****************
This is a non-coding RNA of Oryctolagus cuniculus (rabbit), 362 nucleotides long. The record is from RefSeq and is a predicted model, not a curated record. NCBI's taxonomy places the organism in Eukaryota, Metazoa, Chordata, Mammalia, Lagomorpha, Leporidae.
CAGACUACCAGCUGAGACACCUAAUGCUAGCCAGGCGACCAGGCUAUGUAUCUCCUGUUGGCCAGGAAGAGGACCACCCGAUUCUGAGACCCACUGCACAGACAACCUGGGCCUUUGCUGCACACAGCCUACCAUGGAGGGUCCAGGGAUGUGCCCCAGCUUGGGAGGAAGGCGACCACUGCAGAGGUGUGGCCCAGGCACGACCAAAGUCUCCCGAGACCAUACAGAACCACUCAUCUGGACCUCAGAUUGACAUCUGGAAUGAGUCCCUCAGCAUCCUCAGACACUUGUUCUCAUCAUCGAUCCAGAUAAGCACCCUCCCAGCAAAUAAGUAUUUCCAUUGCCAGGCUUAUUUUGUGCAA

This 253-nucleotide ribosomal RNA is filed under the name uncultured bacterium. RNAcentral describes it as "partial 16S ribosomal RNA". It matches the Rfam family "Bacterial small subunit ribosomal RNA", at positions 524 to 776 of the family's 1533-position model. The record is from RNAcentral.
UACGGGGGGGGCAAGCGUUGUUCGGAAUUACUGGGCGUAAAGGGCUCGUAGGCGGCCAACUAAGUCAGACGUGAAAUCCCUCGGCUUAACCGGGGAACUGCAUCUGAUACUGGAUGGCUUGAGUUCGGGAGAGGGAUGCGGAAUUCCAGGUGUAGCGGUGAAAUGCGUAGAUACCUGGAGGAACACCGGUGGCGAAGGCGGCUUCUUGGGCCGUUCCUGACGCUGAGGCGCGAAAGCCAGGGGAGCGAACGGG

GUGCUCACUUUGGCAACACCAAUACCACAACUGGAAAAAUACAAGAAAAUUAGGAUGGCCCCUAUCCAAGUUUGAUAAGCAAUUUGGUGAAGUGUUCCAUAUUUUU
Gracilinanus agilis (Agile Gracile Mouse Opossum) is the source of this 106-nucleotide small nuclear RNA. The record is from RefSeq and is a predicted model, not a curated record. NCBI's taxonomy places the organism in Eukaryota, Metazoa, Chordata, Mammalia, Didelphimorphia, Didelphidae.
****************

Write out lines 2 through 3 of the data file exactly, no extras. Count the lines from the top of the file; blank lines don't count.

CAGACUACCAGCUGAGACACCUAAUGCUAGCCAGGCGACCAGGCUAUGUAUCUCCUGUUGGCCAGGAAGAGGACCACCCGAUUCUGAGACCCACUGCACAGACAACCUGGGCCUUUGCUGCACACAGCCUACCAUGGAGGGUCCAGGGAUGUGCCCCAGCUUGGGAGGAAGGCGACCACUGCAGAGGUGUGGCCCAGGCACGACCAAAGUCUCCCGAGACCAUACAGAACCACUCAUCUGGACCUCAGAUUGACAUCUGGAAUGAGUCCCUCAGCAUCCUCAGACACUUGUUCUCAUCAUCGAUCCAGAUAAGCACCCUCCCAGCAAAUAAGUAUUUCCAUUGCCAGGCUUAUUUUGUGCAA

This 253-nucleotide ribosomal RNA is filed under the name uncultured bacterium. RNAcentral describes it as "partial 16S ribosomal RNA". It matches the Rfam family "Bacterial small subunit ribosomal RNA", at positions 524 to 776 of the family's 1533-position model. The record is from RNAcentral.